Then there’s temperature. Everything slows down when it’s very cold, so bringing the temperature within a few degrees of absolute zero helps to keep flighty electrons where they’re supposed to be. This is where quantum phenomena start to supersede classical electron behavior. Instead of acting like wavefronts in water, the electrons start acting more in accord with their particle-like nature. But once it’s cold and still enough, all of a sudden containing the electrons gets much easier. It becomes less like herding cats, and more like those acoustic sand-plate patterns. With the right number of electrons, they actually line up by themselves.

(Author’s note: Do give this a watch if you want a cool A/V demo of particles and waves self-organizing to avoid certain places and concentrate in others. Warning: turn the volume way down. It’s like a combination of microphone feedback and an air raid siren.)

Electrons are the functional unit of electricity. So, it might seem like if you get a whole ton of electrons together, what you’d have is maybe something like ball lightning: a potent, condensed, highly powerful quantity of electricity just waiting to zap something. But that’s not what happens in a Wigner crystal. Electricity results from the movement of electrons, not just their presence. Corralling electrons together in a neat atomic tri-grid means that there’s little movement of electrons within that material. It’s also the definition of an insulator. That’s how the researchers knew they’d created an electron crystal: where they’d expected their semiconductor to semi-conduct, it wouldn’t. Held inside their pigeonholes, the electrons weren’t moving, so neither was electricity. These “crystals” are 100% electron, but they’re insulators.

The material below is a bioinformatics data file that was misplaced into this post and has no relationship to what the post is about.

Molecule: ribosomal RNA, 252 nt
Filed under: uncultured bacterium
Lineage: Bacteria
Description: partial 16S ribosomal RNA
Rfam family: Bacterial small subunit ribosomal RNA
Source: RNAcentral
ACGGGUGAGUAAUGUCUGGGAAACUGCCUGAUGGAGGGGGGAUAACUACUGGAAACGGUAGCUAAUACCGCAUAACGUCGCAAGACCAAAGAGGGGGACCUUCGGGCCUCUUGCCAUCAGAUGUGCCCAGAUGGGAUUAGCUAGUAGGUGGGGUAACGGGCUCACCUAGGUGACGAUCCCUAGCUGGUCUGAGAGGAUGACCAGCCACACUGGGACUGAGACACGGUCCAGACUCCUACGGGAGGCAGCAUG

Quantum fluctuations near absolute zero cause quantum-phase transitions, between free-flowing liquids and quantum crystals like Wigner crystals. These quantum transitions are believed to be important in many other quantum systems. Once they knew they had a Wigner crystal, to explore its properties, the Harvard team decided to put it through “quantum melting,” which is apparently just like regular melting, but on a scale so tiny it’s quantum…

All this excitement took place on a scale so small the scientists couldn’t visually image it even using the best light microscopes. But initial attempts to use a scanning tunneling microscope destroyed the delicate surface of the crystal. In a flash of insight, Wang’s team overlaid the semiconductor with a single-atom-thick sheet of graphene. The Wigner crystals underneath very slightly altered the electron structure of the graphene, which the scanning-tunneling microscope could pick up. To verify that they’d created a Wigner crystal, the physicists had to ping it with individual photons, knocking an electron loose and creating a thing called an “exciton,” which they were able to detect.

“This is right at the border of matter of [sic] changing from partially quantum material to partially classical material and has many unusual and interesting phenomena and properties,” said Demler in a statement. Exactly what those are will take some time to work out.